In the end the author specifically discusses how the character of the maverick Semar is important to understand the philosophical or religious attitudes emphasized in the Wayang, and which are an asset to Indonesian character as well. Firstly, it emphasizes the fact that elitism, outward good manners or formal education is not necessarily the sign of a good heart. The higher valued Semar often misbehaves, is uncouthly dressed and as lowly as the common man, but without his advice the Pandawas would be lost. He is the real strength just as the common people are the real divine power behind the throne, the palace and all the paraphernalia that seems centered around the palace. The common people are the ones that bear the brunt of Natural disasters, they are the ones reflecting unselfish helpful values and are happy to do their work without expectation of reward. They know that ultimately it is Kiai Lurah Semar, Arjuna’s guardian angel, that helps him win the war and all the tasks he would not have otherwise succeeded in. This attitude of surrender perhaps breeds the essential Javanese humility and is a value being transmitted through the Wayang performances. Thus, in giving an extremely balanced interpretation to the relevance of the Wayang to life in general, and particularly in one’s approach to contemporary issues, the author has surpassed many assessments of the traditional Wayang. Though it is partly a political comment on post Suharto Indonesia, it also reflects more of an understanding of the deeper lifelong moral-ethical and timeless human issues which is what both the original Mahabharata as well as the Wayang tradition illustrate. This is why they are open to reinterpretation in accordance with the changing times, and this is why they remain relevant forever. This book itself is rated five star on various portals, and a short survey of its download demand online as an e-book indicates how much a good translation of it in English was awaited. It looks like that demand will now be fulfilled.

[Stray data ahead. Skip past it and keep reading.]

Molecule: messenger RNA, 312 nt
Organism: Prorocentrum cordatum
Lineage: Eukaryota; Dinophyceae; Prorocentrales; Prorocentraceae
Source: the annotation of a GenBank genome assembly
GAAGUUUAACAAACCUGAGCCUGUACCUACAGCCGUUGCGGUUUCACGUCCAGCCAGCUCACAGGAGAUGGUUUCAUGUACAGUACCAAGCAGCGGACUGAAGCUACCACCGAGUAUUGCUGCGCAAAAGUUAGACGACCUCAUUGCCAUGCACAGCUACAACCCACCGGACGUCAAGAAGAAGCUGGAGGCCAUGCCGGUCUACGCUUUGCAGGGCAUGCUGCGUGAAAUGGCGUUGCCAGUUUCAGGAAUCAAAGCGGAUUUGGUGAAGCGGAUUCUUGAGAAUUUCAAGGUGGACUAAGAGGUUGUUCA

The author declares that he/she has no competing interests.